Toulouse: Airbus SE is preparing for permanent job cuts after warning unions that it needs to rein in production amid a collapse in demand. Discussions have begun with labor groups in Germany, France and Spain, with the formal process expected to start next week.
The number of positions to be eliminated hasn't yet been decided. Airbus executives will thrash out an initial plan on a call next week. It may take months to arrive at a final figure for redundancies, which will depend on the depth of the aerospace downturn and negotiations with labor unions.
The process will also include office staff at the planemaker's headquarters in Toulouse, France.
"The prospect of job losses across the aerospace industry has been rumbling around now for at least a month," said Sandy Morris, an analyst at Jefferies. "Aircraft deliveries cannot come down by 35 per cent without there being consequences."
The measures follow a rapid reversal of an aerospace market that was riding a decade of growth before the coronavirus hit. Fighting the disease has cut drastically into air travel, forcing airlines to park planes and hurling healthy carriers into a state of financial distress.
With demand in retreat, Airbus has slashed production goals by more than a third. CEO Guillaume Faury warned last month that initial moves including the furlough of 6,000 workers may only be the start. The company will review the situation in June when there may be more visibility into the direction the crisis is headed, Faury said then.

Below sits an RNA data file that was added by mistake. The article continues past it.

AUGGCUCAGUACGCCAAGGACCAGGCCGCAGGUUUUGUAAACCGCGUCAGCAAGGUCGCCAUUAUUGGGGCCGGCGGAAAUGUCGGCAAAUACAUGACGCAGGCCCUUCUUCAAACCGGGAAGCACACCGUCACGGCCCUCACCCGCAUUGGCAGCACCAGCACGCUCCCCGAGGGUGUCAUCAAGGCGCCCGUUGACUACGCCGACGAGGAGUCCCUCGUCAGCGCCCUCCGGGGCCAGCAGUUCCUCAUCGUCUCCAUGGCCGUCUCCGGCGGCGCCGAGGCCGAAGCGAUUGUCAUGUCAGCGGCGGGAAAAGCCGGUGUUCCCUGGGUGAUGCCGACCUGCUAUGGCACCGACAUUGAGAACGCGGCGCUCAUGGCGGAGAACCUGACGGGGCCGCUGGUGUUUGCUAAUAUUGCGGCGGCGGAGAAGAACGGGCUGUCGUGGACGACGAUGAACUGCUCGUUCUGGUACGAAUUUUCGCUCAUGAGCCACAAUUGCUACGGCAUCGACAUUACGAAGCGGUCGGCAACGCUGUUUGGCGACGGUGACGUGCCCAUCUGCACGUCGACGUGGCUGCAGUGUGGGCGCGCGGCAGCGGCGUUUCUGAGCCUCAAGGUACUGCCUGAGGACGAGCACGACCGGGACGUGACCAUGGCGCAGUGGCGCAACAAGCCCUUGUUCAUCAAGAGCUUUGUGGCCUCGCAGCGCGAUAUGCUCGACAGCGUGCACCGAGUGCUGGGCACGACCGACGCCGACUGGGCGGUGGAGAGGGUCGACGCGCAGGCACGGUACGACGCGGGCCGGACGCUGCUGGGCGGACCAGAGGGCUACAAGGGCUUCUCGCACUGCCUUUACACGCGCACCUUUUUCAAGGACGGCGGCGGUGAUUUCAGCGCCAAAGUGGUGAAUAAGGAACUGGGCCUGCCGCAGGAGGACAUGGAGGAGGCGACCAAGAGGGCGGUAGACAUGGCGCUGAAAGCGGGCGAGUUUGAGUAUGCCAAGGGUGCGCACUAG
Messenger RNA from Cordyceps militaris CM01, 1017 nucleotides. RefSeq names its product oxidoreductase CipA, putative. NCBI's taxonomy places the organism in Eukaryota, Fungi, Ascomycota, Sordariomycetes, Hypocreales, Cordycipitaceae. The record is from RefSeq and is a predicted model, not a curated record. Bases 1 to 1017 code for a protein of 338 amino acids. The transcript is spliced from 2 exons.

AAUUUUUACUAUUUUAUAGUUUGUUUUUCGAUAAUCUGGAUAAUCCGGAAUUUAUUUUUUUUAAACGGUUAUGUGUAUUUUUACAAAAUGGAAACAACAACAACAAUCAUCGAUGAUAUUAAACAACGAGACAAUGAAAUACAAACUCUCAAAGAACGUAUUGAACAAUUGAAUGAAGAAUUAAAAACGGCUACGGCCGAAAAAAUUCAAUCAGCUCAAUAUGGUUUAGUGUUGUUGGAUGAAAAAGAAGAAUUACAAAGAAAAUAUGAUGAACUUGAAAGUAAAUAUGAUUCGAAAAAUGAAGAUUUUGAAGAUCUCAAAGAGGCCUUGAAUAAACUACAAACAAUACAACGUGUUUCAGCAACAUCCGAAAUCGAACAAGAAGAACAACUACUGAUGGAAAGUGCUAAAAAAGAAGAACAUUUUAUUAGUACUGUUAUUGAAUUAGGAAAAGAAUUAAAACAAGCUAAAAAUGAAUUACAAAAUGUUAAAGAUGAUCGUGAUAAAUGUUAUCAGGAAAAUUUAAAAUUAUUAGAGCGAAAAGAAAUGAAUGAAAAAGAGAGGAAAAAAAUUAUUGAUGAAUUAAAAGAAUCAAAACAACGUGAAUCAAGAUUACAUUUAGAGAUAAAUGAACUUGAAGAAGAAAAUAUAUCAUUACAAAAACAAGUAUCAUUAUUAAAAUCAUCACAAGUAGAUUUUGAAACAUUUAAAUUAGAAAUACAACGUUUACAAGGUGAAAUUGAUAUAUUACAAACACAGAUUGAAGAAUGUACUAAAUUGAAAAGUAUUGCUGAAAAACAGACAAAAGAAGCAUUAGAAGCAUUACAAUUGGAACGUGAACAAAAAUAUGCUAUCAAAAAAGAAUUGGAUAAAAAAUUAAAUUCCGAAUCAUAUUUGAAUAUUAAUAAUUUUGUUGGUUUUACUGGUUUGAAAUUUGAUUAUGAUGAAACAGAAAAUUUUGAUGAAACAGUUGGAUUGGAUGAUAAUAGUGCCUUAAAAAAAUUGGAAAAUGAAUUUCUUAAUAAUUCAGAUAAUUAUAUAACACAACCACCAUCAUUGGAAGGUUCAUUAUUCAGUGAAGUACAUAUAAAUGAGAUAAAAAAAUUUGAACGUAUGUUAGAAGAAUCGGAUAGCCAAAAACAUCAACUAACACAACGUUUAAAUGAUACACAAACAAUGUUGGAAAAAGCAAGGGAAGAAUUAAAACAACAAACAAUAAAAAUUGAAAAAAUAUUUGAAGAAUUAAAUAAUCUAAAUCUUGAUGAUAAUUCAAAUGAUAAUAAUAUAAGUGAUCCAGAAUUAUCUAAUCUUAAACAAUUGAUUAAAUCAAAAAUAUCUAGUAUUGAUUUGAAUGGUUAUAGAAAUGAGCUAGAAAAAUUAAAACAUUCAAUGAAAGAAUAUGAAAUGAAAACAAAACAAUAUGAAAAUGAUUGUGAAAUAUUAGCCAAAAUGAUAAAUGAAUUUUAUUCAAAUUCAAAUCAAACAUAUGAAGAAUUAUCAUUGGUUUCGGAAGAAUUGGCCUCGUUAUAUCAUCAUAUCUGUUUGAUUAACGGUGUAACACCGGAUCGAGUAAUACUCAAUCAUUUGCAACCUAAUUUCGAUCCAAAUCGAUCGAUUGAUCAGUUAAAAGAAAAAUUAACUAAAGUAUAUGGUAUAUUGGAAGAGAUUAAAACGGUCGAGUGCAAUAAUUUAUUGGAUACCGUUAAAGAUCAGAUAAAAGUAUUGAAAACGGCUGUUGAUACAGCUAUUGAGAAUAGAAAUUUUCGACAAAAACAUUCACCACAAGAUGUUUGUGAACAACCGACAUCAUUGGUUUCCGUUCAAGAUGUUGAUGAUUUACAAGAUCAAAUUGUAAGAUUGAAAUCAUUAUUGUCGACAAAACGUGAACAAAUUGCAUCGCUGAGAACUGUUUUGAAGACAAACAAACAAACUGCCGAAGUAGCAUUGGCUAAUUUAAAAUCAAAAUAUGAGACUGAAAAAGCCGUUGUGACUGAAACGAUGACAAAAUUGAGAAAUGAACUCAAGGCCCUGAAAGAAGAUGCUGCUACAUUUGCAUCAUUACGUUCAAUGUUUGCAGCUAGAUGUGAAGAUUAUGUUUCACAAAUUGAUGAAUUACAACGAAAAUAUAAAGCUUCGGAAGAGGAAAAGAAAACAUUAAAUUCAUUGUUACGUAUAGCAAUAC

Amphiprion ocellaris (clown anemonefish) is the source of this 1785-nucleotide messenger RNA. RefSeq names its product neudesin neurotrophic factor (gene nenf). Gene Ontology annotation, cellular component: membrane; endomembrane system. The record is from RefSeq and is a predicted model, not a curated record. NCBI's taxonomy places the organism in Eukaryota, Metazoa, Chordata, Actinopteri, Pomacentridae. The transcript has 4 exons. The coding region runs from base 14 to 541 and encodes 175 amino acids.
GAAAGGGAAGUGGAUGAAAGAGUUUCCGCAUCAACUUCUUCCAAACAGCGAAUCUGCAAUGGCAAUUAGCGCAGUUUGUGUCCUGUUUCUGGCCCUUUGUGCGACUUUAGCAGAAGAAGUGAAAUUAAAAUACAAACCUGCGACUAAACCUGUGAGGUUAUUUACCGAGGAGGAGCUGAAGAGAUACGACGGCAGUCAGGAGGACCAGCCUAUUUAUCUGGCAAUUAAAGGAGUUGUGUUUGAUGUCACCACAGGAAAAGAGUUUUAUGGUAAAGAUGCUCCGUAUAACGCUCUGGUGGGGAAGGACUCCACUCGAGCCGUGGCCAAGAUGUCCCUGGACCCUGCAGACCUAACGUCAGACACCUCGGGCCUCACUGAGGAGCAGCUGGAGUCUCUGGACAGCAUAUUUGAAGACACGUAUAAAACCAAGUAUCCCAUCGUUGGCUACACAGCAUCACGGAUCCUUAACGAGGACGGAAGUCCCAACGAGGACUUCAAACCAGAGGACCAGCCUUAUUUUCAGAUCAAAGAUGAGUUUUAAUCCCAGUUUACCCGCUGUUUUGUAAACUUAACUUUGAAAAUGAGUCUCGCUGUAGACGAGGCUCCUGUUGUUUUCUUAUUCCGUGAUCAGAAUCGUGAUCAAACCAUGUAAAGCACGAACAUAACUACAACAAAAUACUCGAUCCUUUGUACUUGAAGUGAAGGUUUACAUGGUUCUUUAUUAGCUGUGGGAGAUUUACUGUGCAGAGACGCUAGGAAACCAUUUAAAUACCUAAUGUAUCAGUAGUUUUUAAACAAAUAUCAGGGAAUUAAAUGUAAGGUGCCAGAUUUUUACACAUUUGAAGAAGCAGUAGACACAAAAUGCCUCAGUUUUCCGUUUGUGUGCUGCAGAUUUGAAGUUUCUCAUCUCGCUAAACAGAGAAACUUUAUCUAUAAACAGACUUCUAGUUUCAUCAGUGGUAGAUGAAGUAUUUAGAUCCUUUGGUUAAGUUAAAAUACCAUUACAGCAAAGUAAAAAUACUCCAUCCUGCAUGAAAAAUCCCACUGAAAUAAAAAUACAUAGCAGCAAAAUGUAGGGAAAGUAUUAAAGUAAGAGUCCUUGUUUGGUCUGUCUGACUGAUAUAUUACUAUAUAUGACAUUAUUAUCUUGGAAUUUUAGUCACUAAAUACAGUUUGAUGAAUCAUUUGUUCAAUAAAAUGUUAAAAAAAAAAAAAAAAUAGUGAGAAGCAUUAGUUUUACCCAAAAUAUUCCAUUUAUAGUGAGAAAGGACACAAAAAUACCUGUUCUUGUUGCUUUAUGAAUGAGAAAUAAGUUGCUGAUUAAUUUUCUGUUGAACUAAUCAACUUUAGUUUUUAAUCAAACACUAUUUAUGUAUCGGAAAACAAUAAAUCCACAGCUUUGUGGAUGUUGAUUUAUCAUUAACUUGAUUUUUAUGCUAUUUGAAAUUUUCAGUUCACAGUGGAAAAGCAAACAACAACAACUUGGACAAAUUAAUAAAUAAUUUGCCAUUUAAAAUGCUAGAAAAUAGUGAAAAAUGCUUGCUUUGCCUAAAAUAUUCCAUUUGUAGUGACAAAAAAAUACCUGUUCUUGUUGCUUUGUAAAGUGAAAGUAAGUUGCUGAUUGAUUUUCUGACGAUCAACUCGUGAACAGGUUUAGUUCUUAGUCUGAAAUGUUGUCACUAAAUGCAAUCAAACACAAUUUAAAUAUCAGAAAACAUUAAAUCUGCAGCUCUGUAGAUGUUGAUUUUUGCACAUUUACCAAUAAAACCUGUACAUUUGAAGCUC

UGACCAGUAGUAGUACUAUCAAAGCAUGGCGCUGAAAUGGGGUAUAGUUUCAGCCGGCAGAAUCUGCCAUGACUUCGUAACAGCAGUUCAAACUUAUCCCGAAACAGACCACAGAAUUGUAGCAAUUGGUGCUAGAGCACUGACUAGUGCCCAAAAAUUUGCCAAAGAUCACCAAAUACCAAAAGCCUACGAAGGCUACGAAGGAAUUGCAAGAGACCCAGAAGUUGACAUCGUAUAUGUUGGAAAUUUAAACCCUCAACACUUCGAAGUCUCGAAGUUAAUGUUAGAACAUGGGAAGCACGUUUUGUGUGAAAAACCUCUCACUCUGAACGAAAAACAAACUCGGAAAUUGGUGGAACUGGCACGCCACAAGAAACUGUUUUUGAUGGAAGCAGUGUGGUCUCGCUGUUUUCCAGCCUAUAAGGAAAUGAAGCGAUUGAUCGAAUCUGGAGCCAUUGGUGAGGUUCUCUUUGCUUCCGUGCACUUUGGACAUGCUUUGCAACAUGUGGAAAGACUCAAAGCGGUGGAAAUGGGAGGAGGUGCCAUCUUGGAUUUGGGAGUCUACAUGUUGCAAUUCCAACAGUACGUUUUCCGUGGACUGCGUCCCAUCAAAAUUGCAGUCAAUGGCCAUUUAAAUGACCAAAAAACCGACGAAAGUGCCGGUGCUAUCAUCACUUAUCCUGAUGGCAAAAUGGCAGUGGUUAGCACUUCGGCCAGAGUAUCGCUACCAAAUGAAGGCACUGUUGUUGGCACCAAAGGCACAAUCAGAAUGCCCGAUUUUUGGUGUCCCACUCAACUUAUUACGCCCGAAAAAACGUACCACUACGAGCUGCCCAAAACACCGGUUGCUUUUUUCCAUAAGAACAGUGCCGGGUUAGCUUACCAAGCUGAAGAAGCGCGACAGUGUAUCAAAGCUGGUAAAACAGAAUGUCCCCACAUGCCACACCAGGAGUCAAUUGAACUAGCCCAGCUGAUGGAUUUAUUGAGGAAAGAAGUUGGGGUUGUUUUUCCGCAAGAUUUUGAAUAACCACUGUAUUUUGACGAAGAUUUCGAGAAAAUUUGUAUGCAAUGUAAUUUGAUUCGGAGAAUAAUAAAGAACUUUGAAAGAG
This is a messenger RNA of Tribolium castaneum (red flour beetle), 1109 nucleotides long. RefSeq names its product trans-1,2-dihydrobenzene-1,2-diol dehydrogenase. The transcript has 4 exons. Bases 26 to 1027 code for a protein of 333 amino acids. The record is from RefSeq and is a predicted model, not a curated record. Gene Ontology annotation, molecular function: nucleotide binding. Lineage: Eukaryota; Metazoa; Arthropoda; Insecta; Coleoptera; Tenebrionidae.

All but necessary
The first priority is to cut back on some temporary and subcontracted workers, including 1,100 in Germany, with similar measures likely in France and the UK, one of the people said.
The actions will hit Airbus's largest division - commercial aircraft - harder than helicopters and defense. Employees on wide-body aircraft programmes, a part of the market that will take longer to recover, could absorb more job losses than narrow-body workers.
With jetliner fleets still grounded and airlines moving to delay or cancel orders in anticipation of a slow recovery, the aviation industry is now shifting from crisis management into a drastic resizing of operations. Boeing Co. said last month it would eliminate about 16,000 jobs to conserve cash and adapt to a shrunken commercial aircraft market, while Rolls-Royce Holdings Plc, which supplies engines for Airbus planes, is said to be planning to scrap 8,000 jobs.
Airbus has already taken action to cut costs, with Faury warning employees late last month that it's "bleeding cash" at such a rate that it could threaten its survival. It postponed plans to add another assembly line for the A321 narrow-body in Toulouse, slowed the ramp up of the A220 single-aisle and ended its E-Fan X project for hybrid-electric powered aircraft with Rolls-Royce Holdings Plc.
The Daily Telegraph newspaper in the UK said the Airbus cuts may match the 10% level planned by Boeing, suggesting more than 10,000 of the European group's 134,000 staff may go.